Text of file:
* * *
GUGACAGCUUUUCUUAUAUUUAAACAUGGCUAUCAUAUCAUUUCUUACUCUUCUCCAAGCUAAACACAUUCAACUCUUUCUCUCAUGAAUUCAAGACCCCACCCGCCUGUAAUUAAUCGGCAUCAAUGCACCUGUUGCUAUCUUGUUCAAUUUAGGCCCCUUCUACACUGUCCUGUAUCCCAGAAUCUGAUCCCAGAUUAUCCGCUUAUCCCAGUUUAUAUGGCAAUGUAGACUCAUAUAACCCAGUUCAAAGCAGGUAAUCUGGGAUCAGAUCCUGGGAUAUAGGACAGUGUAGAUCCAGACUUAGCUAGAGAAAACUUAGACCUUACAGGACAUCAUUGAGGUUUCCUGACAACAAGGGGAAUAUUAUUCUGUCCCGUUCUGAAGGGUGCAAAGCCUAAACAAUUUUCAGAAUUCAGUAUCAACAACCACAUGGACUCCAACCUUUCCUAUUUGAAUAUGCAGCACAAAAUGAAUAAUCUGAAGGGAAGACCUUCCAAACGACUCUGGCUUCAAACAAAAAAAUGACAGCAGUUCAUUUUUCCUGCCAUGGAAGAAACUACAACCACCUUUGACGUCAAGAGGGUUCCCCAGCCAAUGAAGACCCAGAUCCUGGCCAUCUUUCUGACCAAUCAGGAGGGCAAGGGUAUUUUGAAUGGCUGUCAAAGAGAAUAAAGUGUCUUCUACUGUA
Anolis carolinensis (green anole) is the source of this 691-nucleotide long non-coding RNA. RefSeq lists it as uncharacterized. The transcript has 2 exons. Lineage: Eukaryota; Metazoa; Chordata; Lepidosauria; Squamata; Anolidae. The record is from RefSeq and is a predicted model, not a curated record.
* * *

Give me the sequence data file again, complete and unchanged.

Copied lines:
GUGACAGCUUUUCUUAUAUUUAAACAUGGCUAUCAUAUCAUUUCUUACUCUUCUCCAAGCUAAACACAUUCAACUCUUUCUCUCAUGAAUUCAAGACCCCACCCGCCUGUAAUUAAUCGGCAUCAAUGCACCUGUUGCUAUCUUGUUCAAUUUAGGCCCCUUCUACACUGUCCUGUAUCCCAGAAUCUGAUCCCAGAUUAUCCGCUUAUCCCAGUUUAUAUGGCAAUGUAGACUCAUAUAACCCAGUUCAAAGCAGGUAAUCUGGGAUCAGAUCCUGGGAUAUAGGACAGUGUAGAUCCAGACUUAGCUAGAGAAAACUUAGACCUUACAGGACAUCAUUGAGGUUUCCUGACAACAAGGGGAAUAUUAUUCUGUCCCGUUCUGAAGGGUGCAAAGCCUAAACAAUUUUCAGAAUUCAGUAUCAACAACCACAUGGACUCCAACCUUUCCUAUUUGAAUAUGCAGCACAAAAUGAAUAAUCUGAAGGGAAGACCUUCCAAACGACUCUGGCUUCAAACAAAAAAAUGACAGCAGUUCAUUUUUCCUGCCAUGGAAGAAACUACAACCACCUUUGACGUCAAGAGGGUUCCCCAGCCAAUGAAGACCCAGAUCCUGGCCAUCUUUCUGACCAAUCAGGAGGGCAAGGGUAUUUUGAAUGGCUGUCAAAGAGAAUAAAGUGUCUUCUACUGUA
Anolis carolinensis (green anole) is the source of this 691-nucleotide long non-coding RNA. RefSeq lists it as uncharacterized. The transcript has 2 exons. Lineage: Eukaryota; Metazoa; Chordata; Lepidosauria; Squamata; Anolidae. The record is from RefSeq and is a predicted model, not a curated record.